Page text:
How to Make Sense of Online College Rankings
Each year thousands of students, with the help of parents and guidance counselors, consider the complicated question of which colleges and universities are the best. Every year many of them turn to the U.S. News and World Report rankings as a tool to help make their decisions.
Even those students that don't directly look at the U.S. News list are likely to be affected by it. The rankings have a general influence on how people view higher education options. As a result, the rankings play a role in which brochures they're handed by a guidance counselor or which colleges they hear acquaintances praise as a "good school."
The rankings hold a lot of power. Many colleges specifically take pains to gain higher rankings in the hopes of attracting better students. The rankings play a key role in how some colleges are run, how much they cost, and the perceived value of a degree from various institutions.
Not all schools are created equal, but neither are all students. Each student has distinct goals and strengths that factor into which school will be the best choice. Student should remember that the schools at the top of the U.S. News list don't necessarily belong on the top of their list. This is especially true for students wishing to enroll in an online program.
How the U.S. News Rankings Work
When people talk about the U.S. News rankings, they're usually talking about the main list of national universities. In fact, the publication offers a number of different lists focused on different types of schools and programs to make it easier for students to hone in on the information most useful to them.
A similar methodology is used for most of the lists. Each of the following is given a score based on data provided by the college and checked against outside sources, where possible. Some categories count more than others in the final rankings, as evidenced by the percentage listed next to the category.
- Academic reputation – 22.5%: U.S. News surveys college deans, provosts, admission offices, and high school counselors to gain an idea of what others in higher education think of the school.
- Retention – 22.5%: Schools provide data on how many students who start a degree program continue in it without transferring or dropping out, as well as how many reach graduation within six years.
- Faculty – 20%: This one's a little complicated. To try to gauge how good the faculty is and how involved with students they likely are, the rankings look at the faculty-to-student ration (both per class and at the institution in total), the average salary they receive, and the degree levels of the faculty members.
- Student selectivity – 12.5%: U.S. News looks at the average SAT and ACT scores of students accepted to the college, as well as the comparison of how many students apply versus how many are accepted.
- Financial Resources – 10%: This is how much money the college spends on each student.
- Graduation rate – 7.5%: For this one, they start with a prediction of how many students are likely to graduate based on the data they have on incoming students, and then compare the number of actual graduates against it.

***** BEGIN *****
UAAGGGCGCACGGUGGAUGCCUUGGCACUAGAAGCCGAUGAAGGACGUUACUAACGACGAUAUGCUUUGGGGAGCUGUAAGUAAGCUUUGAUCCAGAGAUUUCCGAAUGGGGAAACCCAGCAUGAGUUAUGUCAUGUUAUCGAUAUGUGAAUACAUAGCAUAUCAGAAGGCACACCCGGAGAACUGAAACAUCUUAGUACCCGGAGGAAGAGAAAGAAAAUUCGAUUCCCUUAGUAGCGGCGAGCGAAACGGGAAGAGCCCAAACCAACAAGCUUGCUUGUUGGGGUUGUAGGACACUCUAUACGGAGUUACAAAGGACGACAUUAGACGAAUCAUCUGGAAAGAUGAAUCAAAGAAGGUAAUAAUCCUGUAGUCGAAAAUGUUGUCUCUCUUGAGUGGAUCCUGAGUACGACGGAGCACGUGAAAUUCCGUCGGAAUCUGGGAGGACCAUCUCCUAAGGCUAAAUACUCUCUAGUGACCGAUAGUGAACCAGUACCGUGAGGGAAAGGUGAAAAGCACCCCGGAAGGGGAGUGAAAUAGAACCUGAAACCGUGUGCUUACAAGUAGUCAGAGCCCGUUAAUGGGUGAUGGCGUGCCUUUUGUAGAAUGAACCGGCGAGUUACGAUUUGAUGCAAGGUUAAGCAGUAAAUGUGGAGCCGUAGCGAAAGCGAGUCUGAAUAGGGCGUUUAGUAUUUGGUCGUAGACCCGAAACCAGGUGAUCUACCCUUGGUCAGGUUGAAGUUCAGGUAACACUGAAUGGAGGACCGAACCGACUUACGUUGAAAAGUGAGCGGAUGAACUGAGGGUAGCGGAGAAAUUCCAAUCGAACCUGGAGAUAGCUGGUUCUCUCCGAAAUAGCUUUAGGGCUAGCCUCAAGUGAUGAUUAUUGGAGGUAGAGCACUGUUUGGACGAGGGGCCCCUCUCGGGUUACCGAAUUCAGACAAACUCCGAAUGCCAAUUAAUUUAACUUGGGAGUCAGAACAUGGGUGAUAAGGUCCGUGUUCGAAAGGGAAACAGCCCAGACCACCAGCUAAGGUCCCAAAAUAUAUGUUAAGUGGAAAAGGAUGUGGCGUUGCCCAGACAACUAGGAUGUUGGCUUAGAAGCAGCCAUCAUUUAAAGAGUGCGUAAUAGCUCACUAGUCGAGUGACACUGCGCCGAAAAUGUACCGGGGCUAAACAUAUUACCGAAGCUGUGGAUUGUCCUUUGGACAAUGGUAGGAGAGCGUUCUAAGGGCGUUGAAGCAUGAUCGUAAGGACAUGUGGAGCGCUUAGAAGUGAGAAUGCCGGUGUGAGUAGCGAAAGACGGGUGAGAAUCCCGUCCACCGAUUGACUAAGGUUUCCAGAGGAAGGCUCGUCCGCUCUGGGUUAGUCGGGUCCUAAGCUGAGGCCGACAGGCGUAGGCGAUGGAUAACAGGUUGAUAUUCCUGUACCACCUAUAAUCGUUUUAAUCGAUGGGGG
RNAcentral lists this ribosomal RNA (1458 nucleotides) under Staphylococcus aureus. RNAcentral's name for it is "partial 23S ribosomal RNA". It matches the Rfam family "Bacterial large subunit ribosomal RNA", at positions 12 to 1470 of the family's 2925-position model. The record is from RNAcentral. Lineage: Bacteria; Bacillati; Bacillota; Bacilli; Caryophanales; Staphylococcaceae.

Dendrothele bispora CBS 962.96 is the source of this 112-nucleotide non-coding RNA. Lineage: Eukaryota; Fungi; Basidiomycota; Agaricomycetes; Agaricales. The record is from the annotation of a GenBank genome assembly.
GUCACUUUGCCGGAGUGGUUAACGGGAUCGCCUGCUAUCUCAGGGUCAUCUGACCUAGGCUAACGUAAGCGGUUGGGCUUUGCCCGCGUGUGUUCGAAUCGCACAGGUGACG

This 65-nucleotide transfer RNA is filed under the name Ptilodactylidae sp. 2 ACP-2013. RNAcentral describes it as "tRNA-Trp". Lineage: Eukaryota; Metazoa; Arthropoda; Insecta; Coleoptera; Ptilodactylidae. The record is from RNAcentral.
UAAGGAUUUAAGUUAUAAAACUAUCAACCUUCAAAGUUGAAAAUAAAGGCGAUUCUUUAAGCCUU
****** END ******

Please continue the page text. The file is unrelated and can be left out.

- Alumni giving – 5%: The rankings consider how much money graduates of the university give back, on the assumption that their giving can be taken as a measure of their approval of the school.
What the Rankings Mean for Online Schools
Recognizing that most students interested in online programs are approaching the college search with a different set of priorities than many other students, U.S. News introduced a distinct methodology for ranking online programs a few years ago.
They offer lists for a number of specific degree programs, each with a slightly different methodology. Most are pretty similar to the rankings for online Bachelor degree programs, which look at each of the following:
Student Engagement – 40%: The factor that U.S. News weighs the most in an online program doesn't even show up on the list for their main rankings. Student engagement is harder to pull off through a computer screen, which explains why it's given so much importance here.
When you analyze what they look at to determine student engagement, the category is actually broader than it sounds. It includes factors covered in the main rankings, like retention and graduation rates, as well as factors more specifically focused on student engagement, like whether collaborative coursework is a part of the program.
- Faculty Credentials and Training – 20%: U.S. News looks for programs whose faculty have comparable degree levels as those hired at the top colleges. They also gauge whether faculty are given adequate training in specifically teaching distance learners
- Peer Reputation – 20%: This is the one category that works pretty much the same for the online program rankings as it does for the main rankings.
- Student Services and Technology – 20%: While technology plays a role in all of higher education, it still has a more crucial role to play in online learning. As such, the types of technologies being used in a distance learning program and the support structure in place are given weight in the rankings as well. This category also includes data on how the debt a student takes on for a program compares to that at other schools.
U.S. News makes a point of emphasizing that the rankings are specifically for the school's online programs, not for the schools themselves. Their presence on this list is all about how well they serve online students specifically.
The Benefits of Considering U.S. News Rankings